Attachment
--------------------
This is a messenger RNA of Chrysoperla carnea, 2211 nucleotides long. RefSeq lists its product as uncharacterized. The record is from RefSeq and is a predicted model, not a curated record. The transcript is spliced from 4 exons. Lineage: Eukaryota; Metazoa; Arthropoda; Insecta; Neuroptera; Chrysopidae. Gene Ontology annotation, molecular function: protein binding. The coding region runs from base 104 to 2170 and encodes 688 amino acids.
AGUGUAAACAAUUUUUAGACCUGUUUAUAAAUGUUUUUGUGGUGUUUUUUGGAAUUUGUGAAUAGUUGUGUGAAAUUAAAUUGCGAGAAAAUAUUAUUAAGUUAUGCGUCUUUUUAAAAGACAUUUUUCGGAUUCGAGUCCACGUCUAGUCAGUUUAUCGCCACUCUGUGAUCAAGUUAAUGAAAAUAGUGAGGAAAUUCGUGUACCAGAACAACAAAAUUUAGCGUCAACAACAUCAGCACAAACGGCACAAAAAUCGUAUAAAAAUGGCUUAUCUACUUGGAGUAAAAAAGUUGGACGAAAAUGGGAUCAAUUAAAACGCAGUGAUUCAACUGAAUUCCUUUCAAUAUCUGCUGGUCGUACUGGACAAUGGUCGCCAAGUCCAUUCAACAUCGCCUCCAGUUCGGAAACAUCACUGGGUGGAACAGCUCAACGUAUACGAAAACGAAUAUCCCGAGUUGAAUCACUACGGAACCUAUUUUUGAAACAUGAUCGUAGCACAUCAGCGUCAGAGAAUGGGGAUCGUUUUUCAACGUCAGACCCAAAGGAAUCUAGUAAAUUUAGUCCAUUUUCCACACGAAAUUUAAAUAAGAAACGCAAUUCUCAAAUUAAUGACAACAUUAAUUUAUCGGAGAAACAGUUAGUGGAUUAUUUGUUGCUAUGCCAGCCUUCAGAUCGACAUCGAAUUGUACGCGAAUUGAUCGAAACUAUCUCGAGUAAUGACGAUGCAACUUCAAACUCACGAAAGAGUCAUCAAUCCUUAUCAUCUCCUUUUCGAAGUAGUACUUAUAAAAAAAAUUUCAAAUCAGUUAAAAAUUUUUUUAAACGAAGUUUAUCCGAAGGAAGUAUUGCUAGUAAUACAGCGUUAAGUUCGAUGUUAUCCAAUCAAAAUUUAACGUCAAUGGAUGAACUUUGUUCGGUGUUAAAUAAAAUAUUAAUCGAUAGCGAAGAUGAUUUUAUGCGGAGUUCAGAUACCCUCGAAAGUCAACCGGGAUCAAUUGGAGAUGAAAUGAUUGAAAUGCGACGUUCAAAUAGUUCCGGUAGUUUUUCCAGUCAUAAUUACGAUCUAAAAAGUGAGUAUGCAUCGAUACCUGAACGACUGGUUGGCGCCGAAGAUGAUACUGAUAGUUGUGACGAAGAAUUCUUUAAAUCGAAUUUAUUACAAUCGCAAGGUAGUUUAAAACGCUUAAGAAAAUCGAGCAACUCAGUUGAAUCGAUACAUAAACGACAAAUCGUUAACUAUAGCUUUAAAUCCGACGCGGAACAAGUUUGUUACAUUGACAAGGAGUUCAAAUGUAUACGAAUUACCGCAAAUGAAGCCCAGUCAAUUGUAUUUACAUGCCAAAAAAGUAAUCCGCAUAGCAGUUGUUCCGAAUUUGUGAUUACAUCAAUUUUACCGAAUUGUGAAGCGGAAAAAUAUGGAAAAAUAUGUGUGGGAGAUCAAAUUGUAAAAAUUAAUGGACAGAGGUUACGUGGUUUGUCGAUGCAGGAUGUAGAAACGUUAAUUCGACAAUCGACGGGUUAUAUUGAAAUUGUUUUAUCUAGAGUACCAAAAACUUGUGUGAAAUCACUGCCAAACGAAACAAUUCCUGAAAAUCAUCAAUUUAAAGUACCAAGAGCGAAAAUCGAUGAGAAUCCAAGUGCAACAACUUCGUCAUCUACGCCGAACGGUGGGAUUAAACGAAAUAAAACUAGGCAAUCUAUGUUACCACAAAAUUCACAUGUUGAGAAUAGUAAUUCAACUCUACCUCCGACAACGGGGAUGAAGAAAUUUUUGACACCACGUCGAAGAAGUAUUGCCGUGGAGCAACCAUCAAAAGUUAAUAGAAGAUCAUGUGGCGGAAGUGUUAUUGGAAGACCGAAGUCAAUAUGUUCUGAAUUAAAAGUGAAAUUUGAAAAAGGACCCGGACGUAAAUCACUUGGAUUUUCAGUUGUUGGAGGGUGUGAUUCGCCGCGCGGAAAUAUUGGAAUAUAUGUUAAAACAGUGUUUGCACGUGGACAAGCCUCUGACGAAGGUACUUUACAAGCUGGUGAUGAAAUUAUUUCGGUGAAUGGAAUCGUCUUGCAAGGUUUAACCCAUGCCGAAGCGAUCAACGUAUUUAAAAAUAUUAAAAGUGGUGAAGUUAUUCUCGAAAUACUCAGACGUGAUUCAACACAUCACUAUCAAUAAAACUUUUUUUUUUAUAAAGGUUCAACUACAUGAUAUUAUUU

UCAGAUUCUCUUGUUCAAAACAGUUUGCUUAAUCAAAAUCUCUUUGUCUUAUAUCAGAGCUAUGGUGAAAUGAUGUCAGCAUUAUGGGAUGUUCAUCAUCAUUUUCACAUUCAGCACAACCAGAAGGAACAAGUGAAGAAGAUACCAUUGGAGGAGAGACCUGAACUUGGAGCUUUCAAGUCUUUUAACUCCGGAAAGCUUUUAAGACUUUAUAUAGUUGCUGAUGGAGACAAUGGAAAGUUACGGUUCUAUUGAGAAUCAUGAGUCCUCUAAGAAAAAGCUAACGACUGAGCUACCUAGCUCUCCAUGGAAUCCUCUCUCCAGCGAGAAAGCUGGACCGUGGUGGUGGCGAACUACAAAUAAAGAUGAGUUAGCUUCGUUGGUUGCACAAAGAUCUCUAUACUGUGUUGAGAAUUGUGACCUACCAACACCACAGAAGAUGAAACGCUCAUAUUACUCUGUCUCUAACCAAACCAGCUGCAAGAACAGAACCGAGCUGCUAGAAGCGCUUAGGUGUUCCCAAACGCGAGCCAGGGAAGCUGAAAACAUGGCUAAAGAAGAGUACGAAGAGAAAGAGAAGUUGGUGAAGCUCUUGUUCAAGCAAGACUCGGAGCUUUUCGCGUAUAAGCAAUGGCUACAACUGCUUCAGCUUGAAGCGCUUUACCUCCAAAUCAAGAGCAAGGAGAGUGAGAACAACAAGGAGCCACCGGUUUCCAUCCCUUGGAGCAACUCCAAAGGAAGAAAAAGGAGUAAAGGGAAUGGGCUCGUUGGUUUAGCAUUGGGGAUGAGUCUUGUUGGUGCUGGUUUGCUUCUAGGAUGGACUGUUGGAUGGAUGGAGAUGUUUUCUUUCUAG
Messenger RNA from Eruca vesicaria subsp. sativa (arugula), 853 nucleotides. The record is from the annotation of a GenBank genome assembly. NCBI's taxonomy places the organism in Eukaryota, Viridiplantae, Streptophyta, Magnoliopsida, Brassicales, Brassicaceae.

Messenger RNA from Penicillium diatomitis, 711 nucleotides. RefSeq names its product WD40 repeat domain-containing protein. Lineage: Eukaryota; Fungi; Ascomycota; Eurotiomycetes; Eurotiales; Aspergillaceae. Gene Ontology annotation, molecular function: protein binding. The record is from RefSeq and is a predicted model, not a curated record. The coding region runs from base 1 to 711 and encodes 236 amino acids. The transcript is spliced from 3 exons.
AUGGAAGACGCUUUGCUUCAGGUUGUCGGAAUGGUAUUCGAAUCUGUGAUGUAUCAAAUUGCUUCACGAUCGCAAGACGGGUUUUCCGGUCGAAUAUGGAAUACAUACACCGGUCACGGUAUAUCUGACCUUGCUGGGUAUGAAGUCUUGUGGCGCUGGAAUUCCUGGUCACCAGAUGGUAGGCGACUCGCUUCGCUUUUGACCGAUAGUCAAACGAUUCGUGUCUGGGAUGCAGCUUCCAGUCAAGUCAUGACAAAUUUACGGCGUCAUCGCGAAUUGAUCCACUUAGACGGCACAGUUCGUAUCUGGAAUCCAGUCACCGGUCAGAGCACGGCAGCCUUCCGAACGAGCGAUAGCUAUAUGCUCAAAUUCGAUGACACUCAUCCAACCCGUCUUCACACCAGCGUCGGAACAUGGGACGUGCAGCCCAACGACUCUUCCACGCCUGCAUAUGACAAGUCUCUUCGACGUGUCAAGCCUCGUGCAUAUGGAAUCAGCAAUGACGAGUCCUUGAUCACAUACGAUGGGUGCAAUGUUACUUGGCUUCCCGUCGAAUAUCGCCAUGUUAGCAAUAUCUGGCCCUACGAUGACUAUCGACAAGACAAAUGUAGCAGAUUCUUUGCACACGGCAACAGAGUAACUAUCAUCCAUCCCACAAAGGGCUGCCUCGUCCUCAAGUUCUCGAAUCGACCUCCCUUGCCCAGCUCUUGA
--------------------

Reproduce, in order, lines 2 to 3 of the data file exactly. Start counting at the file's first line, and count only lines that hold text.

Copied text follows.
AGUGUAAACAAUUUUUAGACCUGUUUAUAAAUGUUUUUGUGGUGUUUUUUGGAAUUUGUGAAUAGUUGUGUGAAAUUAAAUUGCGAGAAAAUAUUAUUAAGUUAUGCGUCUUUUUAAAAGACAUUUUUCGGAUUCGAGUCCACGUCUAGUCAGUUUAUCGCCACUCUGUGAUCAAGUUAAUGAAAAUAGUGAGGAAAUUCGUGUACCAGAACAACAAAAUUUAGCGUCAACAACAUCAGCACAAACGGCACAAAAAUCGUAUAAAAAUGGCUUAUCUACUUGGAGUAAAAAAGUUGGACGAAAAUGGGAUCAAUUAAAACGCAGUGAUUCAACUGAAUUCCUUUCAAUAUCUGCUGGUCGUACUGGACAAUGGUCGCCAAGUCCAUUCAACAUCGCCUCCAGUUCGGAAACAUCACUGGGUGGAACAGCUCAACGUAUACGAAAACGAAUAUCCCGAGUUGAAUCACUACGGAACCUAUUUUUGAAACAUGAUCGUAGCACAUCAGCGUCAGAGAAUGGGGAUCGUUUUUCAACGUCAGACCCAAAGGAAUCUAGUAAAUUUAGUCCAUUUUCCACACGAAAUUUAAAUAAGAAACGCAAUUCUCAAAUUAAUGACAACAUUAAUUUAUCGGAGAAACAGUUAGUGGAUUAUUUGUUGCUAUGCCAGCCUUCAGAUCGACAUCGAAUUGUACGCGAAUUGAUCGAAACUAUCUCGAGUAAUGACGAUGCAACUUCAAACUCACGAAAGAGUCAUCAAUCCUUAUCAUCUCCUUUUCGAAGUAGUACUUAUAAAAAAAAUUUCAAAUCAGUUAAAAAUUUUUUUAAACGAAGUUUAUCCGAAGGAAGUAUUGCUAGUAAUACAGCGUUAAGUUCGAUGUUAUCCAAUCAAAAUUUAACGUCAAUGGAUGAACUUUGUUCGGUGUUAAAUAAAAUAUUAAUCGAUAGCGAAGAUGAUUUUAUGCGGAGUUCAGAUACCCUCGAAAGUCAACCGGGAUCAAUUGGAGAUGAAAUGAUUGAAAUGCGACGUUCAAAUAGUUCCGGUAGUUUUUCCAGUCAUAAUUACGAUCUAAAAAGUGAGUAUGCAUCGAUACCUGAACGACUGGUUGGCGCCGAAGAUGAUACUGAUAGUUGUGACGAAGAAUUCUUUAAAUCGAAUUUAUUACAAUCGCAAGGUAGUUUAAAACGCUUAAGAAAAUCGAGCAACUCAGUUGAAUCGAUACAUAAACGACAAAUCGUUAACUAUAGCUUUAAAUCCGACGCGGAACAAGUUUGUUACAUUGACAAGGAGUUCAAAUGUAUACGAAUUACCGCAAAUGAAGCCCAGUCAAUUGUAUUUACAUGCCAAAAAAGUAAUCCGCAUAGCAGUUGUUCCGAAUUUGUGAUUACAUCAAUUUUACCGAAUUGUGAAGCGGAAAAAUAUGGAAAAAUAUGUGUGGGAGAUCAAAUUGUAAAAAUUAAUGGACAGAGGUUACGUGGUUUGUCGAUGCAGGAUGUAGAAACGUUAAUUCGACAAUCGACGGGUUAUAUUGAAAUUGUUUUAUCUAGAGUACCAAAAACUUGUGUGAAAUCACUGCCAAACGAAACAAUUCCUGAAAAUCAUCAAUUUAAAGUACCAAGAGCGAAAAUCGAUGAGAAUCCAAGUGCAACAACUUCGUCAUCUACGCCGAACGGUGGGAUUAAACGAAAUAAAACUAGGCAAUCUAUGUUACCACAAAAUUCACAUGUUGAGAAUAGUAAUUCAACUCUACCUCCGACAACGGGGAUGAAGAAAUUUUUGACACCACGUCGAAGAAGUAUUGCCGUGGAGCAACCAUCAAAAGUUAAUAGAAGAUCAUGUGGCGGAAGUGUUAUUGGAAGACCGAAGUCAAUAUGUUCUGAAUUAAAAGUGAAAUUUGAAAAAGGACCCGGACGUAAAUCACUUGGAUUUUCAGUUGUUGGAGGGUGUGAUUCGCCGCGCGGAAAUAUUGGAAUAUAUGUUAAAACAGUGUUUGCACGUGGACAAGCCUCUGACGAAGGUACUUUACAAGCUGGUGAUGAAAUUAUUUCGGUGAAUGGAAUCGUCUUGCAAGGUUUAACCCAUGCCGAAGCGAUCAACGUAUUUAAAAAUAUUAAAAGUGGUGAAGUUAUUCUCGAAAUACUCAGACGUGAUUCAACACAUCACUAUCAAUAAAACUUUUUUUUUUAUAAAGGUUCAACUACAUGAUAUUAUUU

UCAGAUUCUCUUGUUCAAAACAGUUUGCUUAAUCAAAAUCUCUUUGUCUUAUAUCAGAGCUAUGGUGAAAUGAUGUCAGCAUUAUGGGAUGUUCAUCAUCAUUUUCACAUUCAGCACAACCAGAAGGAACAAGUGAAGAAGAUACCAUUGGAGGAGAGACCUGAACUUGGAGCUUUCAAGUCUUUUAACUCCGGAAAGCUUUUAAGACUUUAUAUAGUUGCUGAUGGAGACAAUGGAAAGUUACGGUUCUAUUGAGAAUCAUGAGUCCUCUAAGAAAAAGCUAACGACUGAGCUACCUAGCUCUCCAUGGAAUCCUCUCUCCAGCGAGAAAGCUGGACCGUGGUGGUGGCGAACUACAAAUAAAGAUGAGUUAGCUUCGUUGGUUGCACAAAGAUCUCUAUACUGUGUUGAGAAUUGUGACCUACCAACACCACAGAAGAUGAAACGCUCAUAUUACUCUGUCUCUAACCAAACCAGCUGCAAGAACAGAACCGAGCUGCUAGAAGCGCUUAGGUGUUCCCAAACGCGAGCCAGGGAAGCUGAAAACAUGGCUAAAGAAGAGUACGAAGAGAAAGAGAAGUUGGUGAAGCUCUUGUUCAAGCAAGACUCGGAGCUUUUCGCGUAUAAGCAAUGGCUACAACUGCUUCAGCUUGAAGCGCUUUACCUCCAAAUCAAGAGCAAGGAGAGUGAGAACAACAAGGAGCCACCGGUUUCCAUCCCUUGGAGCAACUCCAAAGGAAGAAAAAGGAGUAAAGGGAAUGGGCUCGUUGGUUUAGCAUUGGGGAUGAGUCUUGUUGGUGCUGGUUUGCUUCUAGGAUGGACUGUUGGAUGGAUGGAGAUGUUUUCUUUCUAG